Requires the Secretary of Commerce, with respect to each textile category under which one or more kinds of quota articles are classified, to determine the trade-weighted average of the general column one duty rate under the Harmonized Tariff Schedule for all classes or kinds of goods included within such category.
Declares that the rate of duty on footwear (other than leather footwear), handbag, luggage, flat good, work glove, or leather wearing apparel that is a product of a beneficiary country and was not designated on August 5, 1983, as an eligible article under the generalized system of preferences shall be equal to 50 percent of the general column one rate of duty under the Harmonized Tariff Schedule.
Provides that duty-free treatment provided under the Act shall not apply to: (1) textile and apparel articles; (2) certain articles to which reduced duties apply; (3) certain leather footwear; (4) canned tuna; (5) petroleum; and (6) watches and watch parts.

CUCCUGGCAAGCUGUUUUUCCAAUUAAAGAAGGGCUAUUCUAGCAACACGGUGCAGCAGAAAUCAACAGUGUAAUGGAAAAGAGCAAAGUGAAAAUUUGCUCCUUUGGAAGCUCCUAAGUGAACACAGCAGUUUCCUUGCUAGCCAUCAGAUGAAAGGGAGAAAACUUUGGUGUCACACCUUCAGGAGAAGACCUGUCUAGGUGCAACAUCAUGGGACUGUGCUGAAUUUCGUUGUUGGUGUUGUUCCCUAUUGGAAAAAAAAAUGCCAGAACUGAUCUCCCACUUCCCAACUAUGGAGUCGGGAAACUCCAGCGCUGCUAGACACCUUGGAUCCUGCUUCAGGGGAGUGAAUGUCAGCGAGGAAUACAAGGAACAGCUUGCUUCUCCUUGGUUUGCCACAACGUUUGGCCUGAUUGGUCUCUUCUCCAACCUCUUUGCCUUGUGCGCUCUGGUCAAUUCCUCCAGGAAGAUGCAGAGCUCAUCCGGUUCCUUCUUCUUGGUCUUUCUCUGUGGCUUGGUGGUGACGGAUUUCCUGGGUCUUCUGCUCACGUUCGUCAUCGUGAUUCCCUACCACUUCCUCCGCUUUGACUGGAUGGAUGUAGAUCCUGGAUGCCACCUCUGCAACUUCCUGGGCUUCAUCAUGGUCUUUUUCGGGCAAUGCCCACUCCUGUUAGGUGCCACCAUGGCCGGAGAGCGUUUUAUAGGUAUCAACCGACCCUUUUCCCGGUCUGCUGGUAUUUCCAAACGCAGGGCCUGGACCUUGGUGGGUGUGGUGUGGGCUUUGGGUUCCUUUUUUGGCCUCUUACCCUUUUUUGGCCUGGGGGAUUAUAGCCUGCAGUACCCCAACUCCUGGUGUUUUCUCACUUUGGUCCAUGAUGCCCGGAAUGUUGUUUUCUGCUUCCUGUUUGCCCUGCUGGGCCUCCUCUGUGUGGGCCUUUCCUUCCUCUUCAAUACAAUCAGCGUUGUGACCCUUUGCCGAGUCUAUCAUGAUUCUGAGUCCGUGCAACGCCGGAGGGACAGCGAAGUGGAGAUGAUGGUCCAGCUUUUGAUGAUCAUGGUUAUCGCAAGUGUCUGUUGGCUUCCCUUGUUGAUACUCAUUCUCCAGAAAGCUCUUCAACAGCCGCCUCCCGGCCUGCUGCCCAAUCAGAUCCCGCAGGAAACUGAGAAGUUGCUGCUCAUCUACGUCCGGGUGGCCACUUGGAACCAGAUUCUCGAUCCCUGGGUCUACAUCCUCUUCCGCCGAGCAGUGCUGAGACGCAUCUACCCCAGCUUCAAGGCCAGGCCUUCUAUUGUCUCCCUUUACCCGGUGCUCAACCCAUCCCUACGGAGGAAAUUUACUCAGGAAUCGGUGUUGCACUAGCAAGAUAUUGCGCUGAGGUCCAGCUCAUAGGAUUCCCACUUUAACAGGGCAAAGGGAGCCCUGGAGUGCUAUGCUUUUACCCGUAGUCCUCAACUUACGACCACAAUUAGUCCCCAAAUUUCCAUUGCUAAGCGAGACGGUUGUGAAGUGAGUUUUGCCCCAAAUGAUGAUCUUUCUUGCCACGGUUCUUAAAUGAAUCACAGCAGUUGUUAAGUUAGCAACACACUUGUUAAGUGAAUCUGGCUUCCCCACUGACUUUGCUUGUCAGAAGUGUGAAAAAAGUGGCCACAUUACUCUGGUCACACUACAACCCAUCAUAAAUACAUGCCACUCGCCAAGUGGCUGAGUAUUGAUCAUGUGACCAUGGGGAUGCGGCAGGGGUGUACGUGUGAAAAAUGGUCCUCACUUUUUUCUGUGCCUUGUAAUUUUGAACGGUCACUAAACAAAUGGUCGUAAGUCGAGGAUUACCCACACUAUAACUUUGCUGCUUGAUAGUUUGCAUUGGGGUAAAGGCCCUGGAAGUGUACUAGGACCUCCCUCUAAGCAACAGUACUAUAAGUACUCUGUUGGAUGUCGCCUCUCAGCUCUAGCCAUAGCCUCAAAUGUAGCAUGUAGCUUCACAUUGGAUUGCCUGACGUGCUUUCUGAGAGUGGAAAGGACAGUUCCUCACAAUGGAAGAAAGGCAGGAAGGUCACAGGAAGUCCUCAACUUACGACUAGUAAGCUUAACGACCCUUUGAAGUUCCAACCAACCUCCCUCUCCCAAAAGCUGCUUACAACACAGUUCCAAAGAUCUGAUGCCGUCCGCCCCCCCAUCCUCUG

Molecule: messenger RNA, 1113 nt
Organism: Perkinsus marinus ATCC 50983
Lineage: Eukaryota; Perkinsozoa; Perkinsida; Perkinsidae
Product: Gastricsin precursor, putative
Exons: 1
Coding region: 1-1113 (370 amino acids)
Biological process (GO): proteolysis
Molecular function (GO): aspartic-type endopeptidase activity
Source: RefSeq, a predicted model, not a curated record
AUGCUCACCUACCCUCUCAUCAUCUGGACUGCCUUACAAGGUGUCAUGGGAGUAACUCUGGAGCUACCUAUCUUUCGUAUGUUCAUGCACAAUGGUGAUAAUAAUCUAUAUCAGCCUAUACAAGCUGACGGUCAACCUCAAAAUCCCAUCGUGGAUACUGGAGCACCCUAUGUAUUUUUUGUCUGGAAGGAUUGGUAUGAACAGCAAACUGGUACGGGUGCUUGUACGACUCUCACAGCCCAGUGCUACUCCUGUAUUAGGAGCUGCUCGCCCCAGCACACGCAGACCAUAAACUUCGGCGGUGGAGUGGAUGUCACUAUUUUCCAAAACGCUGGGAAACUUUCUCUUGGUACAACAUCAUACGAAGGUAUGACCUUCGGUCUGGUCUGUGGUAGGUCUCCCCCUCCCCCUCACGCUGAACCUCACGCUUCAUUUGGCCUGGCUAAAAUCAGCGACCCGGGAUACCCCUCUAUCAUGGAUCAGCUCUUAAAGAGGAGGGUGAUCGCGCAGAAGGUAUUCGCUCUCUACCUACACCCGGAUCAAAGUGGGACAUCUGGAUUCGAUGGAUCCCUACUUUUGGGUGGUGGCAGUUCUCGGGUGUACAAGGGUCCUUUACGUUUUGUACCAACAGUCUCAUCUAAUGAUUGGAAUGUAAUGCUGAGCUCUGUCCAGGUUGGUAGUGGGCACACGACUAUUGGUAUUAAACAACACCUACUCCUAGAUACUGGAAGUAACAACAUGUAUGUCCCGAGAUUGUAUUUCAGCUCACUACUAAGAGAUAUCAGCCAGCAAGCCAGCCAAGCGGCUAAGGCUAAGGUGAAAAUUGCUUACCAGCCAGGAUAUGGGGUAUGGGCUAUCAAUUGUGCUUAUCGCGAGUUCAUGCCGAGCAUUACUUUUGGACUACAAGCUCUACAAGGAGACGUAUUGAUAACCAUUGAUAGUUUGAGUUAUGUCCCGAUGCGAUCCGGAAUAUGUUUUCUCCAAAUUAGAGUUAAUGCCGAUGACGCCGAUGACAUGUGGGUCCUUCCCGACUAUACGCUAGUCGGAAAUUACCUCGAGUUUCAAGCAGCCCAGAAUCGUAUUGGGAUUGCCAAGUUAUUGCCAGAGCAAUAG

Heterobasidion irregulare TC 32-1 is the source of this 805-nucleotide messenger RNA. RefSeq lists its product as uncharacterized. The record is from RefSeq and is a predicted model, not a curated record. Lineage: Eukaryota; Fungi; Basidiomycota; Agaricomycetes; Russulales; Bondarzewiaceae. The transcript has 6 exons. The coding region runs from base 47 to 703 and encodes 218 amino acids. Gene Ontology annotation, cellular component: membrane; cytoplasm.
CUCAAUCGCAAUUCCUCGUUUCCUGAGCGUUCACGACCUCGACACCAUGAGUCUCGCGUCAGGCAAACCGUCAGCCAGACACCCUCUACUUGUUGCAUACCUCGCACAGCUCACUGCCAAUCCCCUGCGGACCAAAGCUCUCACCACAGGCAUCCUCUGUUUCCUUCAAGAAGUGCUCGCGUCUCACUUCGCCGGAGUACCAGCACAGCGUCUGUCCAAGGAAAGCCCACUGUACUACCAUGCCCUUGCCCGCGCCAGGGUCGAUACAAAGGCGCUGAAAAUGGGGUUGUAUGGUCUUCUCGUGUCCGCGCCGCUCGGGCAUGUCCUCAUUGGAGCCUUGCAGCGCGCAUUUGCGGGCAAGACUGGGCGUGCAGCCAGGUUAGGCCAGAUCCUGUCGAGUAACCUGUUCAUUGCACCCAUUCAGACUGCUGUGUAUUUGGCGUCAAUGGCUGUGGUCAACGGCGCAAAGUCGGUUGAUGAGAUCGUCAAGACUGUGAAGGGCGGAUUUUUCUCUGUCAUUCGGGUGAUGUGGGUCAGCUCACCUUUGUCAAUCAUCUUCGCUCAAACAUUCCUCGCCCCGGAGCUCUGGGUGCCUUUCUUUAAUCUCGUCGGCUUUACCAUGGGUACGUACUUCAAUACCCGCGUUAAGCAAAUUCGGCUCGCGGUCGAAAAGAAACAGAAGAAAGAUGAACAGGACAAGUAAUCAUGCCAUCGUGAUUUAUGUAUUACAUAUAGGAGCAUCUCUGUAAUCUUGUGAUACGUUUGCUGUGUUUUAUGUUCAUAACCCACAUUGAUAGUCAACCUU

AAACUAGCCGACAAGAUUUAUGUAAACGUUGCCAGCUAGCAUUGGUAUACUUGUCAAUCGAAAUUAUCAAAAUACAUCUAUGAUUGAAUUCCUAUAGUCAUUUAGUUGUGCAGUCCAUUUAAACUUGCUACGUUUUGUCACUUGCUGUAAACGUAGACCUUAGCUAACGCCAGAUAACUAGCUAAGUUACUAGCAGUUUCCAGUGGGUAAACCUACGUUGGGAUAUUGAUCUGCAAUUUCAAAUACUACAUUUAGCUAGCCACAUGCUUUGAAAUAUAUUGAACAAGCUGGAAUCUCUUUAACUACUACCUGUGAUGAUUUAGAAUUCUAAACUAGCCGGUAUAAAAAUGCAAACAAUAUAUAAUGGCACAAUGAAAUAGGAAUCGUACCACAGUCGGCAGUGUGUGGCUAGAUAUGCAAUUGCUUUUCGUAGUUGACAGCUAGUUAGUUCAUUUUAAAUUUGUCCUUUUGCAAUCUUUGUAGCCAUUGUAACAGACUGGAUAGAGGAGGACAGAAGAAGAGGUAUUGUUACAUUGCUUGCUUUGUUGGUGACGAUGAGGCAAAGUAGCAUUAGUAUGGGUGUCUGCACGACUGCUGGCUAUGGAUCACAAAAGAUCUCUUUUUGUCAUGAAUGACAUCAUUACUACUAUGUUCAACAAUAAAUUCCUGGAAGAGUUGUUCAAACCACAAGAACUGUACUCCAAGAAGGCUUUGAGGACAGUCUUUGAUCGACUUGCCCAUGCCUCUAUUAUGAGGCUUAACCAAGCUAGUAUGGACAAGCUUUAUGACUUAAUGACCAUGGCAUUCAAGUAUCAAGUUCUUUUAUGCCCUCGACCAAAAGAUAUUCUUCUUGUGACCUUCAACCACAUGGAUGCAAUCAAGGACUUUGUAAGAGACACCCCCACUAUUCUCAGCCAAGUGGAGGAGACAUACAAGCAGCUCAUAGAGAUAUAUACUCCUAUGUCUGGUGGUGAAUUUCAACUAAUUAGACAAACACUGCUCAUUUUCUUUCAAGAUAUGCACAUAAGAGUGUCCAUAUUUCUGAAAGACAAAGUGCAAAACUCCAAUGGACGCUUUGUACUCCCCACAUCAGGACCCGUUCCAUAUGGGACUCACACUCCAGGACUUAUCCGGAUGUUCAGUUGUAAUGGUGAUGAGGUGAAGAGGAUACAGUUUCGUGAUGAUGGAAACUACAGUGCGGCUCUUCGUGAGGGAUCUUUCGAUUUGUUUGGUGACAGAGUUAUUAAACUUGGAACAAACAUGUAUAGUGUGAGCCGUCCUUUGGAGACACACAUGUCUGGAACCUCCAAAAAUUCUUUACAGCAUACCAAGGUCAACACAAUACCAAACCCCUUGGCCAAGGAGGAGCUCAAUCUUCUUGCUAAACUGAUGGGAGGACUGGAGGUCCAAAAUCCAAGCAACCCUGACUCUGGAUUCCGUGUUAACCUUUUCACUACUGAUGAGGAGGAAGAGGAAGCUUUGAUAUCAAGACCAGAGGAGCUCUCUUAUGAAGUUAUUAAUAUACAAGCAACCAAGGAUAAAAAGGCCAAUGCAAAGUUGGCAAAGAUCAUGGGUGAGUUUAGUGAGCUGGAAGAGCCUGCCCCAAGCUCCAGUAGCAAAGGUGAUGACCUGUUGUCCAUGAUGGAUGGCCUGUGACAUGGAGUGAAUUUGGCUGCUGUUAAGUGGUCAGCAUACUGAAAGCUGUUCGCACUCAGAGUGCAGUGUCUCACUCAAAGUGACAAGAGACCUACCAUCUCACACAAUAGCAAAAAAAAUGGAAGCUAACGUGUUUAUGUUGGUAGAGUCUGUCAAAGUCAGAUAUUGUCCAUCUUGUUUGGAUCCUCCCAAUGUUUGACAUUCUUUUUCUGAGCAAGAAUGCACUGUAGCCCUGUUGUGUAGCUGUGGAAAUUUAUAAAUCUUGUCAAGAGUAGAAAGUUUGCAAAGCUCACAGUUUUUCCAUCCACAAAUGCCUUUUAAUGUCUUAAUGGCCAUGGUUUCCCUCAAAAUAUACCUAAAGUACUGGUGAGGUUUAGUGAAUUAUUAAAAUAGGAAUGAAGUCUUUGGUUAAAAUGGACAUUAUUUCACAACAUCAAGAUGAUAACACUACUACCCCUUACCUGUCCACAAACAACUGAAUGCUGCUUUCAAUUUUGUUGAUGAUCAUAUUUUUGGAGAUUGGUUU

Prohibits the President from designating any country as a beneficiary country under the generalized system of preferences if such country has not or is not taking steps to afford internationally recognized worker rights to its workers in any designated zone in such country. Adds to the factors which the President must consider in determining whether to designate a country a beneficiary country the fact that such country has or has not afforded its workers such rights. Requires the President, not later than January 4, 1991, and biennially thereafter, to conduct a review of eligible countries based on such considerations.